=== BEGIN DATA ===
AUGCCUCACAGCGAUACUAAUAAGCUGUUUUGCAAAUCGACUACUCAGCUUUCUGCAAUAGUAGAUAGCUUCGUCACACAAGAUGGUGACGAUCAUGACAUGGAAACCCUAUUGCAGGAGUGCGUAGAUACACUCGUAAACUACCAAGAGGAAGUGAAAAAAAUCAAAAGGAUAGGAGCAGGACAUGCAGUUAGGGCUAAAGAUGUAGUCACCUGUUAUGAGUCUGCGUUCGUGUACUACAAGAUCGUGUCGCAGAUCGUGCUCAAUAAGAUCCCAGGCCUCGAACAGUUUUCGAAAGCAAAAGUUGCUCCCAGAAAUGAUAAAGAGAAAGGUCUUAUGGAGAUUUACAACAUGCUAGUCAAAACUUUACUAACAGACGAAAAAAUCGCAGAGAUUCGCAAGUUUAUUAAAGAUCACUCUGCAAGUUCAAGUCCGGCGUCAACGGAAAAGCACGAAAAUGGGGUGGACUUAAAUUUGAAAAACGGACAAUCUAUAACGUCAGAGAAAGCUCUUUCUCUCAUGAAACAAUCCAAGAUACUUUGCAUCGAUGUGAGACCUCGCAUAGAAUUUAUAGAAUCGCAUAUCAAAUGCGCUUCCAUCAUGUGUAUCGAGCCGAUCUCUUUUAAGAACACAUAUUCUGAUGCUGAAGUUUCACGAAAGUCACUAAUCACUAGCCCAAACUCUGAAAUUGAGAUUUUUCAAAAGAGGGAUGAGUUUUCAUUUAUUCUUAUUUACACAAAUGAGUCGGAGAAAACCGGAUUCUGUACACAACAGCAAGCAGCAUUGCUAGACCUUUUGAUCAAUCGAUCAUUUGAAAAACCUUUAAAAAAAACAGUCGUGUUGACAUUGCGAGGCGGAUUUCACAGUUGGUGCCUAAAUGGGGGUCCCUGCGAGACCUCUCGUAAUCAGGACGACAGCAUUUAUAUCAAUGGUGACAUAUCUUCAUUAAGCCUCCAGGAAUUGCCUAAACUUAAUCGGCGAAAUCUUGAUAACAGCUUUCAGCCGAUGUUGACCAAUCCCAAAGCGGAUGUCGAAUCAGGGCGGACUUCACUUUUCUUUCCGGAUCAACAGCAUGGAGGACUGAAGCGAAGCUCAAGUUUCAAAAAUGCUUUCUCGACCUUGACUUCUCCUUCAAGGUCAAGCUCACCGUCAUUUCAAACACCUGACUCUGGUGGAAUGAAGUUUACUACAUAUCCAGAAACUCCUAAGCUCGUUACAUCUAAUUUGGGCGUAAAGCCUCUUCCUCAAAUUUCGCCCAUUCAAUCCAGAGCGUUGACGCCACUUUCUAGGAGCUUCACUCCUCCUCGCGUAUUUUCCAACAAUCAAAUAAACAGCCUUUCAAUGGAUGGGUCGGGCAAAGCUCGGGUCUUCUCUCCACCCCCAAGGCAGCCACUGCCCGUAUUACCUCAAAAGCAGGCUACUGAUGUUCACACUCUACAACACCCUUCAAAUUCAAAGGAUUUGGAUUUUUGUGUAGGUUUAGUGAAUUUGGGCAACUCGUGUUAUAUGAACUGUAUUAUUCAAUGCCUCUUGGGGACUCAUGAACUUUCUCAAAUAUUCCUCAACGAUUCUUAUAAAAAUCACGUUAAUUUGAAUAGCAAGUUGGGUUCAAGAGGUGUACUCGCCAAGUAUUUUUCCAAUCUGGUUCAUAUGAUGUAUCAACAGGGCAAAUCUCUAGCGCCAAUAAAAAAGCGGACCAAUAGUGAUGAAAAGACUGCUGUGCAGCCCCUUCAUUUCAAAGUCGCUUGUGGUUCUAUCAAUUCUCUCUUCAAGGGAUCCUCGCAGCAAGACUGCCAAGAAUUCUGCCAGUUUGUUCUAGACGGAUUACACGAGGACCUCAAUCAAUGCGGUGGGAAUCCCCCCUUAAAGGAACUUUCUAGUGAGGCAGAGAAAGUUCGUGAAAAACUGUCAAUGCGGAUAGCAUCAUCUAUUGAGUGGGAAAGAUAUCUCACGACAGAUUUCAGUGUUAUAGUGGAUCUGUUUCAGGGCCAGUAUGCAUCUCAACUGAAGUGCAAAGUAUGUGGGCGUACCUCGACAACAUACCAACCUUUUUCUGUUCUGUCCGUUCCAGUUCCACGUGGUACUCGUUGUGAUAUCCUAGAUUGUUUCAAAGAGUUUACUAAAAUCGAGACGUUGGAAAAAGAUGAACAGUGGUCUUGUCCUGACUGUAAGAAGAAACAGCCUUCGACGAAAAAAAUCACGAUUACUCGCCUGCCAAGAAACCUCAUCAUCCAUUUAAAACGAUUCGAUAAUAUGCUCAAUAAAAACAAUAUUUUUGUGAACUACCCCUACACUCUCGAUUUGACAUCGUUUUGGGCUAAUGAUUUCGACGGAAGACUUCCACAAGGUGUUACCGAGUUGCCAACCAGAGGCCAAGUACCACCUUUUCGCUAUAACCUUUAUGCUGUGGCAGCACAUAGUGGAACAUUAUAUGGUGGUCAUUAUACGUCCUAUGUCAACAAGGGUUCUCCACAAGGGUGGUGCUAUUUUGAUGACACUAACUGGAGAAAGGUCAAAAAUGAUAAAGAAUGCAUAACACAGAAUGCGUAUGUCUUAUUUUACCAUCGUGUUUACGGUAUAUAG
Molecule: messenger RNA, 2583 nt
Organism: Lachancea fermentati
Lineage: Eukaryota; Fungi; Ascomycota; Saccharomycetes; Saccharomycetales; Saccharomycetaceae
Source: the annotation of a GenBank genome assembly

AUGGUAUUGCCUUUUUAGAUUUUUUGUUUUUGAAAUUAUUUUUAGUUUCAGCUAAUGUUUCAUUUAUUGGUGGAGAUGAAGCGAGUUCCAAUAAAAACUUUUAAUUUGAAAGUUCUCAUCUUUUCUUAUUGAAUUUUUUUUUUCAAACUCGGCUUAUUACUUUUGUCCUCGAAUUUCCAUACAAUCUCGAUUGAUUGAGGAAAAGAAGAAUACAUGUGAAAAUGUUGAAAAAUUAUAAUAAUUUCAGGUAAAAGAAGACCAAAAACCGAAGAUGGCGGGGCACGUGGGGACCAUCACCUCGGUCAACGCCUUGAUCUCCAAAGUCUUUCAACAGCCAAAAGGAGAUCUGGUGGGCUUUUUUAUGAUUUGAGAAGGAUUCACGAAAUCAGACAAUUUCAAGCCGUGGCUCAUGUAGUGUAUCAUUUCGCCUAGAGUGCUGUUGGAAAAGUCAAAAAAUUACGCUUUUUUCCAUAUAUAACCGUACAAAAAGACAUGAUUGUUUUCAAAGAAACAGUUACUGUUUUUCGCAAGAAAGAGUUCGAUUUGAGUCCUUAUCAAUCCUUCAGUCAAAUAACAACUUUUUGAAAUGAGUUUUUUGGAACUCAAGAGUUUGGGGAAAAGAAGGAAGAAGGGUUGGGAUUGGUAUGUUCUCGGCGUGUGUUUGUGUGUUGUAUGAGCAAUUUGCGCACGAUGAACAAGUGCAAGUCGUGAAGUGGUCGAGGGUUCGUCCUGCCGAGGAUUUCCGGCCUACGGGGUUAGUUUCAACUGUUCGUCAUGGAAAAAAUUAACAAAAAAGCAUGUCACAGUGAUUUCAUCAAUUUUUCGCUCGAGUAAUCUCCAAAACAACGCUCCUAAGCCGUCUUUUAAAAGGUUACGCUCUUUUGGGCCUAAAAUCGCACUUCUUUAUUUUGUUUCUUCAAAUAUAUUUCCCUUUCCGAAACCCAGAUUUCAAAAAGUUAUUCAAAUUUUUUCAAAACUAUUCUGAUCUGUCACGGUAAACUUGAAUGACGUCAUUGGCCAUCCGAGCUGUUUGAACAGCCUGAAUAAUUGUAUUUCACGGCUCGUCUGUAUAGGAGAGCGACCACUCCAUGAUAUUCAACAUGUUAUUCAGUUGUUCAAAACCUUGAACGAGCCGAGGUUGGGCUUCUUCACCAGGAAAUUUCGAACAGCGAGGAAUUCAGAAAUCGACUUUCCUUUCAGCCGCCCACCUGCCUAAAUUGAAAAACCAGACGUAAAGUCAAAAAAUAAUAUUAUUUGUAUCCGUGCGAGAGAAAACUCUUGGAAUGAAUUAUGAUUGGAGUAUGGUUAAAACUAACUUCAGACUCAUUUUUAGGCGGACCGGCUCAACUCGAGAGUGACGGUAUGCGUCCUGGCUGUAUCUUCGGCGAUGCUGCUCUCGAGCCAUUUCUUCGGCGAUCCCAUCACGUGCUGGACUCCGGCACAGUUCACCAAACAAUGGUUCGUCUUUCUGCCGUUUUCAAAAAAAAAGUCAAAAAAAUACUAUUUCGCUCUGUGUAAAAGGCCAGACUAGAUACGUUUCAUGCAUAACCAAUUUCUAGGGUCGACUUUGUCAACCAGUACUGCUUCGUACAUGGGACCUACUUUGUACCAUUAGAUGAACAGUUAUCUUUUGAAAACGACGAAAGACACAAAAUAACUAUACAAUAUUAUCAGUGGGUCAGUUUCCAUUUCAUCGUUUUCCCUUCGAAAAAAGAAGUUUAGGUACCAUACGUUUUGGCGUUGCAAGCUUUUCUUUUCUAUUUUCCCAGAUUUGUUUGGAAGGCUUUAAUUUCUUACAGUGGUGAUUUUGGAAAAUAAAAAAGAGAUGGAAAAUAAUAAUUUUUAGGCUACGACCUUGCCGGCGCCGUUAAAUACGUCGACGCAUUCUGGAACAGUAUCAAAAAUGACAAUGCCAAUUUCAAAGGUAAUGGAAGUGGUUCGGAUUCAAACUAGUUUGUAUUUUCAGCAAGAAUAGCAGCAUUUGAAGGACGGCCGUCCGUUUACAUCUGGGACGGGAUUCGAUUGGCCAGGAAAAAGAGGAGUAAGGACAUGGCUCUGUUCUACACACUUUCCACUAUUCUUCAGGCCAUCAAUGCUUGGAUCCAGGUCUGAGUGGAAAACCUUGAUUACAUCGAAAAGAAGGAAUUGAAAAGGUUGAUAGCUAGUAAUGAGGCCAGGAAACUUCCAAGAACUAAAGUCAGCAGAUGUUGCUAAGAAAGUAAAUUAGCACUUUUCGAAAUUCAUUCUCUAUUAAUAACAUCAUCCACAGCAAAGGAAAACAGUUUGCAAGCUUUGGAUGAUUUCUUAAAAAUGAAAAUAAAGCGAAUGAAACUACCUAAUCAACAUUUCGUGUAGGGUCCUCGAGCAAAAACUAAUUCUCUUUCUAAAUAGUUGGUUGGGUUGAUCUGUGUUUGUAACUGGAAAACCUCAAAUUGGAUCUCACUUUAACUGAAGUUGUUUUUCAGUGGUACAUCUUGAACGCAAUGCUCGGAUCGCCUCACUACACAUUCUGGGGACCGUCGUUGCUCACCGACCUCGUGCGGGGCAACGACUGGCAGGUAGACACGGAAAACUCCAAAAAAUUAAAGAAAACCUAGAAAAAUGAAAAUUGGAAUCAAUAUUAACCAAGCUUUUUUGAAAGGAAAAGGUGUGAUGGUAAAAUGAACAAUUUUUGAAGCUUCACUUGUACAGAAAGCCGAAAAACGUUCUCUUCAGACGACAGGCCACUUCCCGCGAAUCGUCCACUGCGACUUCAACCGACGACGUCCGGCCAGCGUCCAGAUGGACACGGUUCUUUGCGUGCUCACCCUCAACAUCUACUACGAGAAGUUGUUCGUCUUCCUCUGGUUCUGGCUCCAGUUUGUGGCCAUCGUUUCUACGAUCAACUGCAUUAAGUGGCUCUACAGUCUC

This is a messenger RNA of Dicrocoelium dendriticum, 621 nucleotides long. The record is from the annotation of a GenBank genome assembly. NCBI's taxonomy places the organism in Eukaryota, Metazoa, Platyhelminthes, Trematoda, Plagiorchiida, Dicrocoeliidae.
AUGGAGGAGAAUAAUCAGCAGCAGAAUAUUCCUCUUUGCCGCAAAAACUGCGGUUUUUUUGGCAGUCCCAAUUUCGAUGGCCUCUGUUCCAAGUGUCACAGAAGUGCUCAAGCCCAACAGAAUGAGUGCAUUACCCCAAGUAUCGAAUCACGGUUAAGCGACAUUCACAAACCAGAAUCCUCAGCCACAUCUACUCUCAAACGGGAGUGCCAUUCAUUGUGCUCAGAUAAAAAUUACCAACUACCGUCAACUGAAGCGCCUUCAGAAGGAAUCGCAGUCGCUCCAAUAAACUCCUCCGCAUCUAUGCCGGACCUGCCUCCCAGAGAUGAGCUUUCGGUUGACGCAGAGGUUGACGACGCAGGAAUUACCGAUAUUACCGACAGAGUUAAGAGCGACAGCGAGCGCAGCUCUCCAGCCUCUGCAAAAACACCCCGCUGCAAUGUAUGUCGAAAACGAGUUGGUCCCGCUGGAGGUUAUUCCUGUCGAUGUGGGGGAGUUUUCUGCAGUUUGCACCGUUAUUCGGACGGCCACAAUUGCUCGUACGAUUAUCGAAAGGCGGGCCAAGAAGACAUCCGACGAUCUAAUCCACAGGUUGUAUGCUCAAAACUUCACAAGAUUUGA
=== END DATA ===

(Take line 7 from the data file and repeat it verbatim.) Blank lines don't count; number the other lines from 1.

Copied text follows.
This is a messenger RNA of Dicrocoelium dendriticum, 621 nucleotides long. The record is from the annotation of a GenBank genome assembly. NCBI's taxonomy places the organism in Eukaryota, Metazoa, Platyhelminthes, Trematoda, Plagiorchiida, Dicrocoeliidae.